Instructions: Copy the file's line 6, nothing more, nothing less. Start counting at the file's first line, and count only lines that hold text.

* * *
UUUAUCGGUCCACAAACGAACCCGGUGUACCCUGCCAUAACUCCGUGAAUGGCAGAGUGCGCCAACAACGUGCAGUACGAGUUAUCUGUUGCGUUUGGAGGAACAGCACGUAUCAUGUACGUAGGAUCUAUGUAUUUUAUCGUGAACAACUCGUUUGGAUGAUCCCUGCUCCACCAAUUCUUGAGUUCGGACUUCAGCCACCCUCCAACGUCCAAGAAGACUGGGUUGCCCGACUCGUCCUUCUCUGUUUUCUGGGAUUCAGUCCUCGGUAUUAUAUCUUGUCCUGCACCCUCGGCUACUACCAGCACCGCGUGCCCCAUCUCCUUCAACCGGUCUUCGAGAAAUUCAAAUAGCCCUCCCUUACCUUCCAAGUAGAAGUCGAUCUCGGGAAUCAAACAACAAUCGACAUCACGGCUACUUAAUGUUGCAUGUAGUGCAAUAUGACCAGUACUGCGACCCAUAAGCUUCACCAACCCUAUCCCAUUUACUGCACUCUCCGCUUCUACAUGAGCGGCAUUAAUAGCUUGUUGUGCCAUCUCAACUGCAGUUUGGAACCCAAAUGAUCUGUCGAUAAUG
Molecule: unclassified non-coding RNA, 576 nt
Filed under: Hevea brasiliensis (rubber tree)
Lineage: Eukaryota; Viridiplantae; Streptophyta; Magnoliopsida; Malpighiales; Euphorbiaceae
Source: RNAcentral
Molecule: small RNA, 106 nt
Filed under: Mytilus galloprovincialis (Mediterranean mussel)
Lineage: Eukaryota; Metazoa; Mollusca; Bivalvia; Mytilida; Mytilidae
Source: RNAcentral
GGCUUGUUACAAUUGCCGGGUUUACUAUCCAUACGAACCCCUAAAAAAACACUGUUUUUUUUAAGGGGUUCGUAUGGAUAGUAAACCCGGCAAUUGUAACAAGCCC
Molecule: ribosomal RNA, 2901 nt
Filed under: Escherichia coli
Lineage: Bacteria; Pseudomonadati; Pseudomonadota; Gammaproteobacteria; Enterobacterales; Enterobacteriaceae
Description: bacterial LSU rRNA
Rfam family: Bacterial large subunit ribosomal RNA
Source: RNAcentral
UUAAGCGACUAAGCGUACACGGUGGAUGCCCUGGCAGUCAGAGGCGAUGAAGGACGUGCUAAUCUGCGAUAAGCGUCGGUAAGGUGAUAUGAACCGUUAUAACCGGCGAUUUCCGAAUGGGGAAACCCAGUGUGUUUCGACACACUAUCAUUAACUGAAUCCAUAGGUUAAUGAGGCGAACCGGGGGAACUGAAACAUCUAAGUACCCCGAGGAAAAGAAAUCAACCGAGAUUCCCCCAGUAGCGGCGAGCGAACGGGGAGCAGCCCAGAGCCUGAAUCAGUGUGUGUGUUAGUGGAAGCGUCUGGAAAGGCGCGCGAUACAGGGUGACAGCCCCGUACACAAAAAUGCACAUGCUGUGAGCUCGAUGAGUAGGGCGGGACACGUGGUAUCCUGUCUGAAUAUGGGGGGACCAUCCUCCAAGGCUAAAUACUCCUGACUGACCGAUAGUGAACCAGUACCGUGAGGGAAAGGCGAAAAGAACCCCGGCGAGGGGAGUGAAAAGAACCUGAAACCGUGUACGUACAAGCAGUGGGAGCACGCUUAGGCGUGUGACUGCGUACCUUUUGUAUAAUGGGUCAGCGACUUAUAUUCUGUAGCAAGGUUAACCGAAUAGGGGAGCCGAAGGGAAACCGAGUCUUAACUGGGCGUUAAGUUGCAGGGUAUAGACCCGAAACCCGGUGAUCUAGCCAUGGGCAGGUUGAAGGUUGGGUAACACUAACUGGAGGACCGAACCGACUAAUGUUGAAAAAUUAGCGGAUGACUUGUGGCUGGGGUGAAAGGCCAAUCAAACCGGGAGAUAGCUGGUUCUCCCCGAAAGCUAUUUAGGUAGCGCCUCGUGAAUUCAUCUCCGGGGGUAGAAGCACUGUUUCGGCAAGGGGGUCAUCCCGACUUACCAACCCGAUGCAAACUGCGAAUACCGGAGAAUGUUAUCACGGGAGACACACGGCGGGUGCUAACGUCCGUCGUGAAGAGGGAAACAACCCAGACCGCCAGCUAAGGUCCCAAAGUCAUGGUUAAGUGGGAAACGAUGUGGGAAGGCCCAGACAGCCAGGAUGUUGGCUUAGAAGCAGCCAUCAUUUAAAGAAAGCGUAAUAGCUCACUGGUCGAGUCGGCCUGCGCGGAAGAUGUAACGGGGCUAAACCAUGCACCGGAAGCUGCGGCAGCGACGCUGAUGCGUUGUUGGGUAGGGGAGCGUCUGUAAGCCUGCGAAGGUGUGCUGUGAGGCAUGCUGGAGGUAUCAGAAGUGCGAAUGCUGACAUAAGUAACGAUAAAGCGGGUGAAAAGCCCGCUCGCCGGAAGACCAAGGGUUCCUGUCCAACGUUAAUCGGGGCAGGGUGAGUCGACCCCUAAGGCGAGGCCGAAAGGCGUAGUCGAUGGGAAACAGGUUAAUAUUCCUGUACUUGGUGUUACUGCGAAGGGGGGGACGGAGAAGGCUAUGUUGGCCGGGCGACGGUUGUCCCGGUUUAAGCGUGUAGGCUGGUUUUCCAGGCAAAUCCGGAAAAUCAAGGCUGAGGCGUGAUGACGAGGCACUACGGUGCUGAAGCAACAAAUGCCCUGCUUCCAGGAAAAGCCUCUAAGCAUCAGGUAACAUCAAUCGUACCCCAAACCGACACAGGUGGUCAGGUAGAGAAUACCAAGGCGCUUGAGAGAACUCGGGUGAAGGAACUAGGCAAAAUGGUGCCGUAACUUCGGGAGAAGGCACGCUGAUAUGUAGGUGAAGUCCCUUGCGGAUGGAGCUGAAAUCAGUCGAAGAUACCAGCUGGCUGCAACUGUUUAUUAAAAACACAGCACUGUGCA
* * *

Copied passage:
Molecule: small RNA, 106 nt